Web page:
Throughout the day Hawkeye hears the screams of BJ’s victims and sees the aftermath of each prank. As the day progresses he becomes more and more adamant about his success and more and more paranoid, yelling at people he thinks are in on it, throwing away his dinner, and sleeping on a cot in the middle of the compound surrounded by barbwire while holding a golf club.
Early the following morning, he struts into the mess tent triumphant. Bleary-eyed and completely disheveled he laughs at BJ and touts his victory. And everyone laughs. But not with him. He’s perplexed. Then one by one each confesses that no prank was played on them. They were in on it.
Still confused he continues to state his victory, until he recalls the day before – his actions, his paranoia, and the disaster he brought on himself. At last he realizes that BJ played the biggest prank of all – he let Hawkeye destroy himself.
It’s All About the Fear
Terrorists don’t try to win a war. They try to instill fear. The goal is not to harm people. The goal is to make people mess up their lives so badly, that they don’t have to do anything; the people do it for them. Every choice their target makes is no longer based on making the world a better place or enjoying a wonderful life, but in avoiding a boogeyman that may never come.
Abusers are terrorists. Don’t get me wrong – I don’t believe most mean to be or even understand that they are. Living with one for a long period, I can definitely see the real person in there trapped inside someone who has been so damaged – so hurt – they will do anything to make sure they are never hurt again, sadly being the Hawkeye in their own lives.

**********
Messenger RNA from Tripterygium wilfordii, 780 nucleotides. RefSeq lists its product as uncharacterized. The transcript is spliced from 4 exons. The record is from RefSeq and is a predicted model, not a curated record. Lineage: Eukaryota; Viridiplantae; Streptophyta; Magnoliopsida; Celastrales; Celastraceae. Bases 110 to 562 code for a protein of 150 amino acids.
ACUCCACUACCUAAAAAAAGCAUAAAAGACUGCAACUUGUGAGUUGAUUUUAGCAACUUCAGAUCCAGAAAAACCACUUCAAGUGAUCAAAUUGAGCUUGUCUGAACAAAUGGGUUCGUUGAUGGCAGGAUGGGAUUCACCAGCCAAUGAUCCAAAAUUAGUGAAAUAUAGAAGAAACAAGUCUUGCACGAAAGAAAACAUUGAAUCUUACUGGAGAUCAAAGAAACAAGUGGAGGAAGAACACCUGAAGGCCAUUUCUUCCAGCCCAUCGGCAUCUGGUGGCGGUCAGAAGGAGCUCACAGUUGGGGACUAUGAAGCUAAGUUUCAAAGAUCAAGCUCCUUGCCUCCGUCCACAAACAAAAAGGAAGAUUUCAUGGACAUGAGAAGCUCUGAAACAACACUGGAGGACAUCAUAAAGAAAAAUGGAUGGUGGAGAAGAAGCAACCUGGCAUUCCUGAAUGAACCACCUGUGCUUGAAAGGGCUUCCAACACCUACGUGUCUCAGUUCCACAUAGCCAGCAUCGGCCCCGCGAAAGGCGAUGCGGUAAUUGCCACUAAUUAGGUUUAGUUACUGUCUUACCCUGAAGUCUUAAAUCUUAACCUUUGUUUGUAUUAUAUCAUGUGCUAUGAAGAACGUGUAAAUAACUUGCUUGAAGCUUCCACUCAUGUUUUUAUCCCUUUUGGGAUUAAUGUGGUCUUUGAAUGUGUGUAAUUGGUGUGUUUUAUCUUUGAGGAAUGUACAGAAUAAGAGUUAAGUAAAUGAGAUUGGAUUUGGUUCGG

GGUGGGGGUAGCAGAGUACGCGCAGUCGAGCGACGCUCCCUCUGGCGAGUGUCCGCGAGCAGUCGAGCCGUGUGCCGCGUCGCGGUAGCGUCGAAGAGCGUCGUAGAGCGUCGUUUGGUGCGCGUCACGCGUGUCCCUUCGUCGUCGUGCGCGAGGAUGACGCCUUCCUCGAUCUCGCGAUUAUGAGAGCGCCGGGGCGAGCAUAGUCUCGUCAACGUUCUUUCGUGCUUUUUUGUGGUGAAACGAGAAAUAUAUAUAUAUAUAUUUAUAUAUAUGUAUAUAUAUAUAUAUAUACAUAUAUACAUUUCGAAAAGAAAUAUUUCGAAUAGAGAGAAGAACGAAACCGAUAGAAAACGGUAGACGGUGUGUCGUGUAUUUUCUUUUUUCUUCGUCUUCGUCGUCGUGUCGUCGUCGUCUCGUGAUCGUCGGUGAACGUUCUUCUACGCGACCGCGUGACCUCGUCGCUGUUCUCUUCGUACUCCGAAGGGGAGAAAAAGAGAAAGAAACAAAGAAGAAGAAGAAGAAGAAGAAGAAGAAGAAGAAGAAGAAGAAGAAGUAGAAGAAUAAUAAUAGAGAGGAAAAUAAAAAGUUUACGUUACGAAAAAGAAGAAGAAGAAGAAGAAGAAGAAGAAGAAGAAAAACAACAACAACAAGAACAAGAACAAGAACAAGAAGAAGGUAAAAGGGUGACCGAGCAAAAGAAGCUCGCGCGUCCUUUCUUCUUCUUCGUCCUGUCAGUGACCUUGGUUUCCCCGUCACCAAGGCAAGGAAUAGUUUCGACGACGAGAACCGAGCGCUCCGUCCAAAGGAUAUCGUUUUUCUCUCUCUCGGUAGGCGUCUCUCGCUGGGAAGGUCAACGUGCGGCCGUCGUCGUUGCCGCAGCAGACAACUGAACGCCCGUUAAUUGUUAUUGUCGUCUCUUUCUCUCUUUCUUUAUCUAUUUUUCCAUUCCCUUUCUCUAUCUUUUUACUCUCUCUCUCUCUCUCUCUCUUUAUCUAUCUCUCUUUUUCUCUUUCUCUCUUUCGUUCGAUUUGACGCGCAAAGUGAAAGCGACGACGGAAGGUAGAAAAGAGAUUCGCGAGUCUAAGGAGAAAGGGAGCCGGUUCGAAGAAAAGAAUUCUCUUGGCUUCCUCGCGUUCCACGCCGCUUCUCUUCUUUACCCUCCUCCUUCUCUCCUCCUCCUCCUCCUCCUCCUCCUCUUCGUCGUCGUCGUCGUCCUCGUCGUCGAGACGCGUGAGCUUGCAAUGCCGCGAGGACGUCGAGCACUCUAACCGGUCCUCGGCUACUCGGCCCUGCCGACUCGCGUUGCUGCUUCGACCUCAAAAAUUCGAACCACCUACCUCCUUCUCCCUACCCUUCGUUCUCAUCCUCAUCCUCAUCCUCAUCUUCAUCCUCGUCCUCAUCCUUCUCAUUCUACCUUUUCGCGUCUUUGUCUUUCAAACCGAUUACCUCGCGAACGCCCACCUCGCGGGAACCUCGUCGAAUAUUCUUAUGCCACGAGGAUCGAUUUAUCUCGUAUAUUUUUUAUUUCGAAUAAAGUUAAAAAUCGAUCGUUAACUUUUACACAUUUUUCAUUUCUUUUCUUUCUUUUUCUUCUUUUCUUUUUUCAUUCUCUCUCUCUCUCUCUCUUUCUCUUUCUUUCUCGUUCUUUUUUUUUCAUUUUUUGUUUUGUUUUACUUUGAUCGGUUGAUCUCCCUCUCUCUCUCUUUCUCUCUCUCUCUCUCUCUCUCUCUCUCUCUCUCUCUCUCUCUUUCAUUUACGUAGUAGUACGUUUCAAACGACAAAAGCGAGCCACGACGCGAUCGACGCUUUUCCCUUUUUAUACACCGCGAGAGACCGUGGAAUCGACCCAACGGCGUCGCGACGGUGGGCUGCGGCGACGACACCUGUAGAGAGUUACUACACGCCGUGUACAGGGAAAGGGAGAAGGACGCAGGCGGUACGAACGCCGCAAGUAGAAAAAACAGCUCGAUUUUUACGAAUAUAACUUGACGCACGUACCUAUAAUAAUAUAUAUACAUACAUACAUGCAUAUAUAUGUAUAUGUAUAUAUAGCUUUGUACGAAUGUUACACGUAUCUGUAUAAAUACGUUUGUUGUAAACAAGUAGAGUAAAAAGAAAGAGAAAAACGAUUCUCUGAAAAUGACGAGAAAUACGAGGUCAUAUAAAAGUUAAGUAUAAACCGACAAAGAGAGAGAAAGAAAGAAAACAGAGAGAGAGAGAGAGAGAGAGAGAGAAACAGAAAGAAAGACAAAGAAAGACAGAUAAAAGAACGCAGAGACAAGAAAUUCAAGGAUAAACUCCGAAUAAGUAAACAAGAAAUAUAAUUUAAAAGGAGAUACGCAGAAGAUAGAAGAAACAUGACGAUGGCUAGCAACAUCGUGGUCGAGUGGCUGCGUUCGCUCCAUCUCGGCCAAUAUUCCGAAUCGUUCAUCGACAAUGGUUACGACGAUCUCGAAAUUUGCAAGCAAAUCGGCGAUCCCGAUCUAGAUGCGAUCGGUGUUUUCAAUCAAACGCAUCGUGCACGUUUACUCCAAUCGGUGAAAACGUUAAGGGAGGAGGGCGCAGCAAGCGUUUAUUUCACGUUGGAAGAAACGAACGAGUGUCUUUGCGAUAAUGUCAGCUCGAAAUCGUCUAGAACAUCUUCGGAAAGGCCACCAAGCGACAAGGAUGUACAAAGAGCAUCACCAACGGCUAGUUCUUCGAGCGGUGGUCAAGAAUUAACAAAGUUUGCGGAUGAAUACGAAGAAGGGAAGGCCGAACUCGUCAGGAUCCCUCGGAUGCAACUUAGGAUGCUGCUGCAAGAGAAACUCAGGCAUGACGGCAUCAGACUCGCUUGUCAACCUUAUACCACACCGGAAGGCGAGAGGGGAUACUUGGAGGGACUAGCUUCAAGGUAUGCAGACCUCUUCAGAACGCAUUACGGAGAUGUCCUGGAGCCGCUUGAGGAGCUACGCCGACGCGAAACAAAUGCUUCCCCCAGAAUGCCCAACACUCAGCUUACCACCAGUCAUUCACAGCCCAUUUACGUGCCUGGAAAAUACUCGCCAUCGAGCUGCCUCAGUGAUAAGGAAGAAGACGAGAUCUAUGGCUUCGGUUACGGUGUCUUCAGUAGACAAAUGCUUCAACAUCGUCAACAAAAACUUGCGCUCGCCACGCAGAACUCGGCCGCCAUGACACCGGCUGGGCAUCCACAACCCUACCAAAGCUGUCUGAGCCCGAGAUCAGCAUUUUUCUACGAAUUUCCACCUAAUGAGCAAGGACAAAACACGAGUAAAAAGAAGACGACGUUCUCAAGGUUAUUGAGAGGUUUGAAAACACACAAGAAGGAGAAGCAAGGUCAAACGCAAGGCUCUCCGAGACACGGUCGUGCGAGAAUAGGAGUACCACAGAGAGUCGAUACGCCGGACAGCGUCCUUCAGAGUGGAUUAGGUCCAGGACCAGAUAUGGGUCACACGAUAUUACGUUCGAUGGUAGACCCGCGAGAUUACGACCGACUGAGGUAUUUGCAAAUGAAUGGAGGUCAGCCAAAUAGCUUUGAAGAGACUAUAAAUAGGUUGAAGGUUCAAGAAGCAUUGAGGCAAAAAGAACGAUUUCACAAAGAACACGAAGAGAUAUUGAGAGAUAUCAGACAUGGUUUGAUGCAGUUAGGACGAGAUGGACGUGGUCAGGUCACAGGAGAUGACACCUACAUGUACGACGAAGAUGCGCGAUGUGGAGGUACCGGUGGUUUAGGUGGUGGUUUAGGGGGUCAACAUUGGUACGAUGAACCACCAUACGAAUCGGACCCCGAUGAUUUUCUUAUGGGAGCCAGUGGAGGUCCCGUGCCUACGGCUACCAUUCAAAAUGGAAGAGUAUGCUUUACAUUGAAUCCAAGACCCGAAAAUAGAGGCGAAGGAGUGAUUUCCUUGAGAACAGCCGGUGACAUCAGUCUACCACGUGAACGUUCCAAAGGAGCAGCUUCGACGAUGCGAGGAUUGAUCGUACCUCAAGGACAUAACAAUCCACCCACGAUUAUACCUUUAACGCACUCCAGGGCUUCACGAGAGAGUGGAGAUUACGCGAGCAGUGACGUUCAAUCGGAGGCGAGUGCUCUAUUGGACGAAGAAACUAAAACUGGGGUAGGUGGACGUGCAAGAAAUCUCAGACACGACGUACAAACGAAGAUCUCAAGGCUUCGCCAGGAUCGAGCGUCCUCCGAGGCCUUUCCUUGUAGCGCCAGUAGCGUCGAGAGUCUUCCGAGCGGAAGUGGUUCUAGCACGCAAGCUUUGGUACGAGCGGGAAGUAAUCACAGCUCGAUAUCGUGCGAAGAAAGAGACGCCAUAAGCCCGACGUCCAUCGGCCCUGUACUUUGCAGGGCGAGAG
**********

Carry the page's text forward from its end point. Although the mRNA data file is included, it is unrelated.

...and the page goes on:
Their target however, is not themselves. Unfortunately, they take it out on the ones closest to them. They will defend themselves against a perceived boogeyman at all costs, and will claw, scratch, and maim to never even have the chance of someone hurting them again. (I say this generally, but obviously I can’t speak for everyone – just from my experience.) Whatever their goal is, the end result is building that sense of fear and inadequacy in the people they abuse.
Bridge the Gap
If you know a person who is currently in a situation where they are in danger get them help immediately. Contact the National Domestic Violence Hotline (1-800-799-SAFE) to find out the best way to help them get out of danger.
If, however, you have someone who is not in danger but has experienced abuse, I would like to ask one thing of you: bridge the gap. Whether or not that person seems confident, he is most likely riddled with confidence issues. Even if he doesn’t want to get out, he may be dying to connect with someone but just doesn’t feel emotionally able to stand up to all the negativity in his head. If you do get him out, let him feel at ease – let him know you accept him as he is and your friendship is solid. When it seems he places a gap between you and him, find a way to bridge it and show him it is safe where you are.
There are those that breed fear and make the world a darker and gloomier place. Breed hope. Make the world brighter. Help people who have lost faith believe again. Show that person he or she matters even if he or she doesn’t yet have the emotional strength to get out of the house. I’m not the only one who feels vulnerable, embarrassed, and stupid sharing this. I’m also not the only one who often feels trapped in their own loneliness. If you know someone who needs support, bridge the gap.
David, I’m sorry for the pain you experienced and the legacy of doubt that it created for you. Thank you for having the courage to be vulnerable. Thank you for caring enough to be a bridge builder, in spite of the emotional risk that it requires. You are making a difference in the world. Your friendship is important to me and, I’m confident, to many others. If I can be of support or service to you, please know that you can call on me anytime. Grace and peace.
Thanks, Tom. I appreciate the support. It means a lot to me.
Sometimes life is difficult, but finding the right people to help us through the tough parts gives us the strength to help others through theirs. I appreciate your desire to be that help, not just with me, but in general.